Funeral Home Workers Across China Sent to Coronavirus Epicenter of Wuhan to Handle Corpses Piling Up

Funeral Home Workers Across China Sent to Coronavirus Epicenter of Wuhan to Handle Corpses Piling Up
A resident passes by empty shelves in the supermarket in Wuhan, China on Feb. 12, 2020. (Getty Images)
Nicole Hao

Funeral home workers across China are heading to Wuhan, the epicenter of the COVID-19 virus outbreak, to assist the city in dealing with the uptick in related deaths.

Meanwhile, netizens shared on social media job recruitment notices offering workers high salaries to work at Wuhan funeral homes.

This adds to growing evidence that deaths due to the virus are piling up, at a scale greater than what authorities are officially reporting.

As of Feb. 14, the Chinese central government announced that more than one thousand patients have died in Wuhan in the past 45 days. But staff at local crematoriums told The Epoch Times in recent interviews that their intake has skyrocketed in recent weeks, forcing them to work round the clock in order to process the bodies daily. One crematorium official said the facility recently peaked at processing 127 bodies in one day.

Some local medical workers have also revealed the true severity of the outbreak.

On Feb. 13, Wang Hui, chief nurse at the Wuhan Tongji Hospital, one of more than 40 hospitals in the city designated to treat virus patients, said in a media interview: “We have collected hundreds of thousands of samples for diagnosis.” This reveals that the Tongji Hospital alone is treating hundreds of thousands of suspected COVID-19 patients.

Support for Wuhan

On Feb. 12, a photo was broadly shared on Twitter, where 14 people dressed in the same uniform were standing in front of the Shiqiaopu Funeral Home in Chongqing City.

They unfurled a banner, which read: “Chongqing supports Hubei Province, funeral home service team.” Chongqing lies just to the west of Hubei Province, where Wuhan is the capital.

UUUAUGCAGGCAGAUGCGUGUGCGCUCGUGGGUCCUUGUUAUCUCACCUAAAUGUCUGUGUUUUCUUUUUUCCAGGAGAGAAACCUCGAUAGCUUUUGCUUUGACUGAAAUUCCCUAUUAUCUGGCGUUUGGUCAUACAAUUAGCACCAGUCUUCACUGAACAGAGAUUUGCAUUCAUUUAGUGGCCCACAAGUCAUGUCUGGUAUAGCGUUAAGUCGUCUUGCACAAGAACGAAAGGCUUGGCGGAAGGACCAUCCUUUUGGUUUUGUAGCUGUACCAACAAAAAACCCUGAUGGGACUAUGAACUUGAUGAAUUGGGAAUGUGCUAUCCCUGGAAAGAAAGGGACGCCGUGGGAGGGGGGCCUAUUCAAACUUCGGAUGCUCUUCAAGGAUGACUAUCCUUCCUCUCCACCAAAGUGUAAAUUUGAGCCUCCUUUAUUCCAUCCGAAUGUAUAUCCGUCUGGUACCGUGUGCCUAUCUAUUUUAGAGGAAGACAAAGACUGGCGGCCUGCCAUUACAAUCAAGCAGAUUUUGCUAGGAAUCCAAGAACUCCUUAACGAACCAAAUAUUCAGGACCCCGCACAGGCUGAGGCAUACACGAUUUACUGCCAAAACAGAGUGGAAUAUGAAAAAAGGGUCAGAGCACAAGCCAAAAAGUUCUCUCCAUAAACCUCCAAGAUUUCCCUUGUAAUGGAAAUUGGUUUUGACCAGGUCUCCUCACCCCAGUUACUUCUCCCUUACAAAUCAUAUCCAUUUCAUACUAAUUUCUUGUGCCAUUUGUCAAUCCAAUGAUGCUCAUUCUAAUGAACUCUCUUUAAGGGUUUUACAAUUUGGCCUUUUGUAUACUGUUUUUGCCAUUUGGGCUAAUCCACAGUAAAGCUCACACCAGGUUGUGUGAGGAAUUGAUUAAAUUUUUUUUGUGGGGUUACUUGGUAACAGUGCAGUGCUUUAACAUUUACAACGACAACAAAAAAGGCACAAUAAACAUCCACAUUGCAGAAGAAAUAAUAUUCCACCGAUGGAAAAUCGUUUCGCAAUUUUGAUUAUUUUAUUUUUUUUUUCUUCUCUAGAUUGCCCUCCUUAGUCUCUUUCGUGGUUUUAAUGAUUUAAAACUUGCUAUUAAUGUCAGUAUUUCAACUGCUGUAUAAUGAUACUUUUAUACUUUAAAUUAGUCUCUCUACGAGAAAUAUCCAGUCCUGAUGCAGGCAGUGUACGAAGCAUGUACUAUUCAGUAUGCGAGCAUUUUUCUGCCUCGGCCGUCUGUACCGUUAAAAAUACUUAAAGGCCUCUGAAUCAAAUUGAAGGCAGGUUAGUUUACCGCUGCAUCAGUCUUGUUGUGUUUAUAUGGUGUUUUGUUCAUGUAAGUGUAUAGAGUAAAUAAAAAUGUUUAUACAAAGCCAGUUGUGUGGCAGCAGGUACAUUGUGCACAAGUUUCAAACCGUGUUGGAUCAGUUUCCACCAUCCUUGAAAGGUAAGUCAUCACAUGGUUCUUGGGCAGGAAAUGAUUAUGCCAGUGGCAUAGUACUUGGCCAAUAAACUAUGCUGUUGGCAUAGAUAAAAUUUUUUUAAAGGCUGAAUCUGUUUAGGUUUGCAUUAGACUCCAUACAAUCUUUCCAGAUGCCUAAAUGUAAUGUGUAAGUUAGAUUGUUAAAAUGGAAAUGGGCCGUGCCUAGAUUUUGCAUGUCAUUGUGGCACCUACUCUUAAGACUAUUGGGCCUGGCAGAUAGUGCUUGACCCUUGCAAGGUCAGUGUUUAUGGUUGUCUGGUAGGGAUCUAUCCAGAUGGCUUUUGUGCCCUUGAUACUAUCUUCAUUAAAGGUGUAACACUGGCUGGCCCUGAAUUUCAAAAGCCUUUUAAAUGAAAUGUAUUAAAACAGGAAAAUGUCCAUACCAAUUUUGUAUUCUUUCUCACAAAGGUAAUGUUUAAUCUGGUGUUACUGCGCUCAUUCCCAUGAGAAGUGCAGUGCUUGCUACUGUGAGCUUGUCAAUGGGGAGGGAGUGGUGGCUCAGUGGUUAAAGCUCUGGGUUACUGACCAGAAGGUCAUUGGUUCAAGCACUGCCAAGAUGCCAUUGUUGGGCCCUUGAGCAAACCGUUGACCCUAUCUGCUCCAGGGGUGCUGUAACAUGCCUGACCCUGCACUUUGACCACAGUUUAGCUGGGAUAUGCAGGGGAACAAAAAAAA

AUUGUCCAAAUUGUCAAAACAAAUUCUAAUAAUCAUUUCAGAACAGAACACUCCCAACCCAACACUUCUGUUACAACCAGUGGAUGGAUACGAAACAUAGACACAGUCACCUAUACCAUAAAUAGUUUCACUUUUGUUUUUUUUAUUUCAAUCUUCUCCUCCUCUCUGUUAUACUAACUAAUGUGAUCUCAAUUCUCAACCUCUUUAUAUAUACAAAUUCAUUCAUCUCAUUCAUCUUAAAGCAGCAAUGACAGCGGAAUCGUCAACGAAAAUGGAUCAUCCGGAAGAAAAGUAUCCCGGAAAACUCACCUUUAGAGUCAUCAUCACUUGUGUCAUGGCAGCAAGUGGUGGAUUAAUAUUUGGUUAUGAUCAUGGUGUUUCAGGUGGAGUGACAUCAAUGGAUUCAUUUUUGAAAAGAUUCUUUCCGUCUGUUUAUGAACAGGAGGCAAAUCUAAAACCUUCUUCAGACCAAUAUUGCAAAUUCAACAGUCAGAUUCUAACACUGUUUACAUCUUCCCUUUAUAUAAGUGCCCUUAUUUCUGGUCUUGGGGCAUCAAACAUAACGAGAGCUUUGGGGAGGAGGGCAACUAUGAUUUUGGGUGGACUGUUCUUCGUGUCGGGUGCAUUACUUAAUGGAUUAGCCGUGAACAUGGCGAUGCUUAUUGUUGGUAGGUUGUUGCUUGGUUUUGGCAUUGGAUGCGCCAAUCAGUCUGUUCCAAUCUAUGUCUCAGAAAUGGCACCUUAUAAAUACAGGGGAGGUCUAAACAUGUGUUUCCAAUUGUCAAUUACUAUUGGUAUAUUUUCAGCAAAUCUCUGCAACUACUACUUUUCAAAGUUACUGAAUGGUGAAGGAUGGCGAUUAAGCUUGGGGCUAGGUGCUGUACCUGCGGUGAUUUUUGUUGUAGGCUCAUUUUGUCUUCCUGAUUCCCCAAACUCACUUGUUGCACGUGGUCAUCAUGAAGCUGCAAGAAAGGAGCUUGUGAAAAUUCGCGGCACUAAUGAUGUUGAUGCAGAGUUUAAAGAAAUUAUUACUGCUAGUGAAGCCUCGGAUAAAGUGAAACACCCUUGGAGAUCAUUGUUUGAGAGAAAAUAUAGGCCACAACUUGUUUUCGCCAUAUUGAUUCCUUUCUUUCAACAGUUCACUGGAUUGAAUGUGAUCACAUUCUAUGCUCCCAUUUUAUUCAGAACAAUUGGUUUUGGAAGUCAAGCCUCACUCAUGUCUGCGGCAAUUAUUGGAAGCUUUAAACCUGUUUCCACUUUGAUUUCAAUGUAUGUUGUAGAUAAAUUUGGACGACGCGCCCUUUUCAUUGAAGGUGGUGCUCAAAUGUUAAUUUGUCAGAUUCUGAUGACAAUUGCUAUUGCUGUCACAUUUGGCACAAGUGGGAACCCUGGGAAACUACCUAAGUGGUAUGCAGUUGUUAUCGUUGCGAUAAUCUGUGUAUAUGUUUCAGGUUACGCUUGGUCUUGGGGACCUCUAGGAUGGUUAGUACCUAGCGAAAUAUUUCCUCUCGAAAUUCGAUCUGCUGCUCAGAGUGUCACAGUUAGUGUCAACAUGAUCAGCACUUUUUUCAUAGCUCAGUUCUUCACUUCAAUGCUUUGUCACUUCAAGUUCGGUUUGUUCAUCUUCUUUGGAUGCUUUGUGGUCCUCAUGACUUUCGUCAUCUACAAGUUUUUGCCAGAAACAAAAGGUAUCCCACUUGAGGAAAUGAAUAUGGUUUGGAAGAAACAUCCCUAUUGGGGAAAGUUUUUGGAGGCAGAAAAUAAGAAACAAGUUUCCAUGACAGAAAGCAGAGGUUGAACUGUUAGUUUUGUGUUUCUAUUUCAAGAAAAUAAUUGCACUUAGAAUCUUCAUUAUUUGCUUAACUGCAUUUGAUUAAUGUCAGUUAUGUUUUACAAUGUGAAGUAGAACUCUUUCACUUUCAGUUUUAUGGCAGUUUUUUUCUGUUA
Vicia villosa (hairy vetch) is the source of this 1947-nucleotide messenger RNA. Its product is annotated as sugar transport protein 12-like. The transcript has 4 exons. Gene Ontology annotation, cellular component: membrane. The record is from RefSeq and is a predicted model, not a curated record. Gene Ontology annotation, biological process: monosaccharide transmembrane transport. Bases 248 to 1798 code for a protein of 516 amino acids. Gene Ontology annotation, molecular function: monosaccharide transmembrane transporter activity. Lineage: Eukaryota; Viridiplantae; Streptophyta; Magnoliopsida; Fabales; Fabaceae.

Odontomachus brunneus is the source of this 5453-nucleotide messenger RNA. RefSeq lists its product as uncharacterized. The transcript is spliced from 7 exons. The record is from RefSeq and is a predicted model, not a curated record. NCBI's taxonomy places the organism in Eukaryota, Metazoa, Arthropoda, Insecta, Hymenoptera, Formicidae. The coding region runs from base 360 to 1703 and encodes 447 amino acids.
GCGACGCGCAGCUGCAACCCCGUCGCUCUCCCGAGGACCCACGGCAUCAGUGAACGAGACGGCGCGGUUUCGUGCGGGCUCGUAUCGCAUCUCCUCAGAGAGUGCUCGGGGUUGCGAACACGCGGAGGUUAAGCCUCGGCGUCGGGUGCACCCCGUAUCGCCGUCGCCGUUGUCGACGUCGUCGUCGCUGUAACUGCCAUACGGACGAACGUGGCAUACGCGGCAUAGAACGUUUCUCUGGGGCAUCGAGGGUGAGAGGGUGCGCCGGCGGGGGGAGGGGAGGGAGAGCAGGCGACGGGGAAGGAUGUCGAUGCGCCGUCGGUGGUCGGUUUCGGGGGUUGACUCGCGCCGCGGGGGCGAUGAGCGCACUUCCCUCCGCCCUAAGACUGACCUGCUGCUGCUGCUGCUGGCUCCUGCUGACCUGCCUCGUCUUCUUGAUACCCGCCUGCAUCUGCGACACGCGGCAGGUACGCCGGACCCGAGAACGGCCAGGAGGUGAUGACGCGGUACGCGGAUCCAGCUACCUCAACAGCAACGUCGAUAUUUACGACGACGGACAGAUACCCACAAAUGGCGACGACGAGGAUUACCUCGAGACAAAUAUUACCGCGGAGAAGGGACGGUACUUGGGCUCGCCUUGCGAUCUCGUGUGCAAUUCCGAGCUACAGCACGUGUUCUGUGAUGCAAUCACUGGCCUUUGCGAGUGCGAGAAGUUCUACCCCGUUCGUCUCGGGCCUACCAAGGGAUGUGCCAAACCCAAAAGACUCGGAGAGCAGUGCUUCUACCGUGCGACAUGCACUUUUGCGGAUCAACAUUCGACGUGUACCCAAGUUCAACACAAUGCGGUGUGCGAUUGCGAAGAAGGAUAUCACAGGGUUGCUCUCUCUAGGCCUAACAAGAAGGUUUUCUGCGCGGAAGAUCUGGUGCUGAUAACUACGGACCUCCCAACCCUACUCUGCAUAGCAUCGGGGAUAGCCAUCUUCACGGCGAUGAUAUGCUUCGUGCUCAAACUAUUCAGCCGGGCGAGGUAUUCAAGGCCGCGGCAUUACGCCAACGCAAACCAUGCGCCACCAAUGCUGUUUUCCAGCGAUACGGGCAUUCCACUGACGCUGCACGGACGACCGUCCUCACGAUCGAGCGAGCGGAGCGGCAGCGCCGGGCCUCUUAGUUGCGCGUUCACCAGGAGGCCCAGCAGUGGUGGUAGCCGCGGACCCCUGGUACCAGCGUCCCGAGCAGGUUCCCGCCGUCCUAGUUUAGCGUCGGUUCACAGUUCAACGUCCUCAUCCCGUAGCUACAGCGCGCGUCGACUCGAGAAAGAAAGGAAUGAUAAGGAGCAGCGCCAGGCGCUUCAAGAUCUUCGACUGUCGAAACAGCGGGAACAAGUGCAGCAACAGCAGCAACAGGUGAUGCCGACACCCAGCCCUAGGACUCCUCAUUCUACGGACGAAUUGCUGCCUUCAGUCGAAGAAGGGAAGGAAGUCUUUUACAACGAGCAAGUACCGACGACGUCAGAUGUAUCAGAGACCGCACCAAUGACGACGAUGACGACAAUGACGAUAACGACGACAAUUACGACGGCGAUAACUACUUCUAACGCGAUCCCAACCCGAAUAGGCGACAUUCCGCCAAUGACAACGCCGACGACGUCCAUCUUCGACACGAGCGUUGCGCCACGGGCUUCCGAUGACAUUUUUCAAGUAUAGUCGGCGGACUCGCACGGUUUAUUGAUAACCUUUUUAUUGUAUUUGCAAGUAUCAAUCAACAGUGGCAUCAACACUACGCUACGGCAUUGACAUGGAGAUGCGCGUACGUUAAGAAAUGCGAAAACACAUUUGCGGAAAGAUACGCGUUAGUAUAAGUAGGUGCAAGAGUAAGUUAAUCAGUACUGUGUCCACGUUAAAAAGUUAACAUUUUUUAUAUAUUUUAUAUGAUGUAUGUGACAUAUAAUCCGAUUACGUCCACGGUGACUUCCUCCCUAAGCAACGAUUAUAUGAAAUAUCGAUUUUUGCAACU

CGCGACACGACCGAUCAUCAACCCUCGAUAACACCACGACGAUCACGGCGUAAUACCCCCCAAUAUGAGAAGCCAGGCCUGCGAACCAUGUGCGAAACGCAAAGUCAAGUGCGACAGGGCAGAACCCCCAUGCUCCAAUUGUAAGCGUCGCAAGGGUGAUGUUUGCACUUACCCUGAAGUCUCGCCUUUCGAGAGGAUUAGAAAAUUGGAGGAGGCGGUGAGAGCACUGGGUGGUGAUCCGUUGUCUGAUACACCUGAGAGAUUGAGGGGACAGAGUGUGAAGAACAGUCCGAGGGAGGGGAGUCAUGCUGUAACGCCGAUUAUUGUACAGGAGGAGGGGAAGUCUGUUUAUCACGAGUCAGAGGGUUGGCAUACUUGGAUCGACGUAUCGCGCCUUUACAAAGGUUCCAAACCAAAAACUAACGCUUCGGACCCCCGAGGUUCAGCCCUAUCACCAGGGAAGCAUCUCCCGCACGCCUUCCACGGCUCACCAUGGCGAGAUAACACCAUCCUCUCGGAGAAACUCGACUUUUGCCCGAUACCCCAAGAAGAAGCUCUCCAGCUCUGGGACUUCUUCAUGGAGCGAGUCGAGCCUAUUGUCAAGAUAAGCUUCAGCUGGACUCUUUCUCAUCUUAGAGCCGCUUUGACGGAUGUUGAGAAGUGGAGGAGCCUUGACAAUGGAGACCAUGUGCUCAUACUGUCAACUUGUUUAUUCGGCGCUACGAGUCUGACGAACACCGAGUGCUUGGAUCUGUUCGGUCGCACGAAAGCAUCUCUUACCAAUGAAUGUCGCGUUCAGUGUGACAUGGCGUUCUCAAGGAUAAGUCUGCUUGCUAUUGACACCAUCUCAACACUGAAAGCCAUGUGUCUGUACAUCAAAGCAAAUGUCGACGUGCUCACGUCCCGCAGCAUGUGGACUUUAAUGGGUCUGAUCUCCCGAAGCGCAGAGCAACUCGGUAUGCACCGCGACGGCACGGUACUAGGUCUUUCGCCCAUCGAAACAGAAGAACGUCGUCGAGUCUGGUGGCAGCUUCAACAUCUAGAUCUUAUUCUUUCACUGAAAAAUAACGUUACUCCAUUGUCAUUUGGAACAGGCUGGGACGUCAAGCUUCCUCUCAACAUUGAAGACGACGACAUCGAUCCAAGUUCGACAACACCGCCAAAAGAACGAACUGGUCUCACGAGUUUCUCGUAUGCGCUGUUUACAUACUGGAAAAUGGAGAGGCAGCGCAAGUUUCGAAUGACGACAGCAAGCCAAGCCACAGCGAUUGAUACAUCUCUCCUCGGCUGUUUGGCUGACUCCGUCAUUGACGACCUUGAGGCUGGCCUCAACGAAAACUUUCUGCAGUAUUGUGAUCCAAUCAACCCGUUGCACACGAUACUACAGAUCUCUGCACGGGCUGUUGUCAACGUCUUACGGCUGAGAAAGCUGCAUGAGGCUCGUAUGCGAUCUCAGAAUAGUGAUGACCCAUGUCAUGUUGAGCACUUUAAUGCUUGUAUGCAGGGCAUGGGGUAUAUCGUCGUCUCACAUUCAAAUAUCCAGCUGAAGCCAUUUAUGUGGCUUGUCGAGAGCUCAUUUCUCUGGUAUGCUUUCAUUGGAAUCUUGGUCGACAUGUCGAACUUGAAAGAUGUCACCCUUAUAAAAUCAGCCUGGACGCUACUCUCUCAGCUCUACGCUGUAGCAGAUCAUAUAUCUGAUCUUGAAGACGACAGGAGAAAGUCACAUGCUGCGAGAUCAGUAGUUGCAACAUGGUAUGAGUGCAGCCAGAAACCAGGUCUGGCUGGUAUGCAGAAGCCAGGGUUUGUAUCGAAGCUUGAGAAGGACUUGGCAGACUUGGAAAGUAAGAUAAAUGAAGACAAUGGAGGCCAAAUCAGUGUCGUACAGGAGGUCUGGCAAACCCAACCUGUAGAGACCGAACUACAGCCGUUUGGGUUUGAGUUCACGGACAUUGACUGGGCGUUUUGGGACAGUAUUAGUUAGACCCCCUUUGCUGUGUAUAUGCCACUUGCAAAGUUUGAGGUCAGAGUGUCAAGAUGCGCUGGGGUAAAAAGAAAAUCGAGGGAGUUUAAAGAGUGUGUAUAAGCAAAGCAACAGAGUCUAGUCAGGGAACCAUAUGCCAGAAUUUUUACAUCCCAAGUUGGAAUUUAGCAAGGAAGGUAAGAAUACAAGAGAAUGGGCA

That same day, a Chinese independent reporter posted on Weibo, a Twitter-like social media platform, that an 8-member team from the Chongqing branch of Fushouyuan International Group, China’s largest funeral service provider, went to Wuhan to offer support.
On Feb. 7, three workers from the Luoyang Funeral Home in Henan Province arrived in Wuhan, according to state-run newspaper Gongyi Shibao. The report was later removed.
The Hunan provincial-government-run media Xiaoxiang Morning also reported on Feb. 7 that four funeral home workers were dispatched from Changde City to Wuhan in order to support funeral homes dealing with coronavirus patients’ bodies.
Before the virus spread widely in Hubei, funeral workers from other Hubei cities were sent to Wuhan to support the latter’s funeral services.


Netizens shared a recruitment notice from the Wuchang Funeral Home posted onto a chat group on WeChat, a social media and messaging app. The Wuchang facility is one of the three main funeral homes in downtown Wuhan.

According to the recruitment issued on Feb. 12, the funeral home needs 20 workers to pick up bodies from midnight to 4 a.m. Listed among the requirements for the job candidates are “16 to 50 years old...being physically strong and brave.”

The salary is 1,000 yuan ($143) per hour—a high sum compared with the average Chinese salary.

Another funeral home in downtown Wuhan also needs more workers to pick up bodies. On Feb. 12, a netizen named Xinzhou posted a recruitment notice from a local volunteers’ chat group on WeChat. The notice from the Hankou Funeral Home says it is recruiting workers, with pay compensation of 2,000 yuan ($287) for every cadaver they pick up. Some in the chat group said they were interested in the position.

Chinese health authorities have mandated that people who die from the COVID-19 be cremated.

The crematorium official whom The Epoch Times spoke with explained that about 60 percent of the patients died at home without receiving a final diagnosis; thus, they are unlikely to have counted toward the official death toll.

On Feb. 12, a Wuhan resident shot a video that quickly circulated among netizens, showing personnel in protective suits picking up what appears to be a cadaver wrapped in a body bag, from within a residential building complex. When the personnel opened the back door of the van, several body bags could be seen inside.

The newly named COVID-19 by the World Health Organizations (WHO) is a type of coronavirus—a family of pathogens that also includes SARS (severe acute respiratory syndrome) and the common flu. It first broke out in Wuhan in early December 2019.

On Feb. 11, the British Imperial College London published their latest study, in which its scientists estimated that only one in 19 people infected in Wuhan were being tested for the illness.

It further estimated the case fatality ratio to be 18 percent among people with severe symptoms in Hubei.

Nicole Hao is a Washington-based reporter focused on China-related topics. Before joining the Epoch Media Group in July 2009, she worked as a global product manager for a railway business in Paris, France.